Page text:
What is the state of sacred art today? Not surprisingly, many of us see it as mediocre, impoverished, or in crisis.
The omnipresence of rood screens in Italian churches was not recognized when I reconstructed the structures in the Florentine churches of Santa Maria Novella and Santa Croce in the early 1970s.
In contemporary art history, modernist theory has always maintained that the goals of figurative arts, both sacred and secular, were a linear objective of achieving similitude—the likeness of the object or image perceived.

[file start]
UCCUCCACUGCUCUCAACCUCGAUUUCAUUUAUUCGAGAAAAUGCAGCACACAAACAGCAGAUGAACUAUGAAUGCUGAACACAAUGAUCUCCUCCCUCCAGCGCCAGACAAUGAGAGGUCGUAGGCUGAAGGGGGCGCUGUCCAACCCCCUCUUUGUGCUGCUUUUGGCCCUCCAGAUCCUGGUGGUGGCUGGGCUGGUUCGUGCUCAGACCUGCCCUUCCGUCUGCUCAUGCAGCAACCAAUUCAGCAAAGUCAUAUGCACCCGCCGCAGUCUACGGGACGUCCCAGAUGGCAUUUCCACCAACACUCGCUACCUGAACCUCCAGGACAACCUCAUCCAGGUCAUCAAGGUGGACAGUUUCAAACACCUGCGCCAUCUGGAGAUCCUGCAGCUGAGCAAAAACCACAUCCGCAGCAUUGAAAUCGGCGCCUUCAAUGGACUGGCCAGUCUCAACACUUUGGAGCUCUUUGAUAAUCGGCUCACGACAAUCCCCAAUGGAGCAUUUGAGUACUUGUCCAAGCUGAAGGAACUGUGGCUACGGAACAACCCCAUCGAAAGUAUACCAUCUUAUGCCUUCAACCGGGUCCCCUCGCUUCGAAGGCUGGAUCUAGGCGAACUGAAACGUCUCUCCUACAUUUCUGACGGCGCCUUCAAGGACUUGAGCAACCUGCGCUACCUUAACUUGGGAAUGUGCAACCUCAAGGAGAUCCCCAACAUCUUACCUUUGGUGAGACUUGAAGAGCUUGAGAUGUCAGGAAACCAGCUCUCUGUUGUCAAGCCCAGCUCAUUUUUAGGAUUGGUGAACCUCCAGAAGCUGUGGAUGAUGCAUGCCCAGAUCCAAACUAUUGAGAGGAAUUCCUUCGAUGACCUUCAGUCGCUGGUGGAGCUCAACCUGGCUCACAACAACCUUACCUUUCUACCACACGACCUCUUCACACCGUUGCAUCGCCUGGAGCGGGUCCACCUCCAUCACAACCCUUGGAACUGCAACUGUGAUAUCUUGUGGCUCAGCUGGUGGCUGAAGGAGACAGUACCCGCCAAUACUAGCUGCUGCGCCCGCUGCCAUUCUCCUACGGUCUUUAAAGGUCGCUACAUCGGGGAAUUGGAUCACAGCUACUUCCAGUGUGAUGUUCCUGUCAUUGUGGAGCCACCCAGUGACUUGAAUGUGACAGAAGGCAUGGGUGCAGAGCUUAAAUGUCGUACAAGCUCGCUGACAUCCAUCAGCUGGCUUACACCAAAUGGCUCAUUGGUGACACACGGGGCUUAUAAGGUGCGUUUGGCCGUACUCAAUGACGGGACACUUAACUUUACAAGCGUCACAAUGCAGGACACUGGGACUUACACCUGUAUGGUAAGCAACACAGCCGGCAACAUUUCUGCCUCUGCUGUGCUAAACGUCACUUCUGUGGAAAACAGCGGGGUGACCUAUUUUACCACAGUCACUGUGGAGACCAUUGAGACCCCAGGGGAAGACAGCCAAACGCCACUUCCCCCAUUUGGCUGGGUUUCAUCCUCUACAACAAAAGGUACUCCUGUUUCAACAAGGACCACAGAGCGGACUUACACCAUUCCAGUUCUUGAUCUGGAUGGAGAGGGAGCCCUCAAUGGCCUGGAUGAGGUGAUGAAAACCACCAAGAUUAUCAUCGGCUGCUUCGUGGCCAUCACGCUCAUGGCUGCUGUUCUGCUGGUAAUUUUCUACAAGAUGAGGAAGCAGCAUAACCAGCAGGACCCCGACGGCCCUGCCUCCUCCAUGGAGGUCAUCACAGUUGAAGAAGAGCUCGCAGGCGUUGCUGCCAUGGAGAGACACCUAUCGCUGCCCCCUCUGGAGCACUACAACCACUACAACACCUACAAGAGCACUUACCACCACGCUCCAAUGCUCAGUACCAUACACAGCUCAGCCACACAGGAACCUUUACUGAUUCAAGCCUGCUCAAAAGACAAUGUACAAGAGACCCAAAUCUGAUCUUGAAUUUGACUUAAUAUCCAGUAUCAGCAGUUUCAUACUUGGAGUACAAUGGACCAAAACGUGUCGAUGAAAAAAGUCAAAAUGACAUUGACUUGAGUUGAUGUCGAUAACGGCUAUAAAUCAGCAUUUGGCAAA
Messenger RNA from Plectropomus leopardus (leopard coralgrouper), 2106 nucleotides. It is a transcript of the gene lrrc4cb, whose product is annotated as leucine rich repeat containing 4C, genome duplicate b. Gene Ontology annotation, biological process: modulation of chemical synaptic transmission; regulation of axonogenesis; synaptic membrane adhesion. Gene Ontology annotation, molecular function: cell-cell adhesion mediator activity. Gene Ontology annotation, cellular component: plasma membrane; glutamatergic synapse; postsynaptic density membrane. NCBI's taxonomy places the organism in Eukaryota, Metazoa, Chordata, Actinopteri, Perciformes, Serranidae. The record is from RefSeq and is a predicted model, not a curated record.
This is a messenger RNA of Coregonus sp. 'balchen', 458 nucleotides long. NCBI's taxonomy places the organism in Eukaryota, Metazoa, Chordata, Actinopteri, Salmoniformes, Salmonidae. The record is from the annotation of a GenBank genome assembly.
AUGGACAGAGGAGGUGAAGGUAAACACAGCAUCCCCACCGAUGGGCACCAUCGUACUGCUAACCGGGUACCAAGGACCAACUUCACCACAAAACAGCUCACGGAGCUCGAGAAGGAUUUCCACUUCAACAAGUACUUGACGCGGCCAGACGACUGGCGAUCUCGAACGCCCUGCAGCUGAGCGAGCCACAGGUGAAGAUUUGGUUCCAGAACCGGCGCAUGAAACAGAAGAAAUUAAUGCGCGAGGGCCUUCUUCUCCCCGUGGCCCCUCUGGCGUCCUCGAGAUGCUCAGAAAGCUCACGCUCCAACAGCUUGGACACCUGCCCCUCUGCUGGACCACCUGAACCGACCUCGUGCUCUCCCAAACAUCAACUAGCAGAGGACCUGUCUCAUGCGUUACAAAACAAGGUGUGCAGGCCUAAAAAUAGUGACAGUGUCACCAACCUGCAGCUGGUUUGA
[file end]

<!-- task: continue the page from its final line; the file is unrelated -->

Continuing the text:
The opening lines of Dickens’s A Tale of Two Cities describes well China’s state of sacred building in recent decades: “It was the best of times, it was the worst of times, it was the age of wisdom, it was the age of foolishness...it was the spring of hope, it was the winter of despair, we had everything before us, we had nothing before us.”1
In October of 1925, G.K. Chesterton was invited to address the opening of an exhibit at the gallery of the Royal Architects Society in London. Chesterton’s friend J.C. Squire, who introduced him, said that while Chesterton was not an architect he could at least be considered as a great edifice.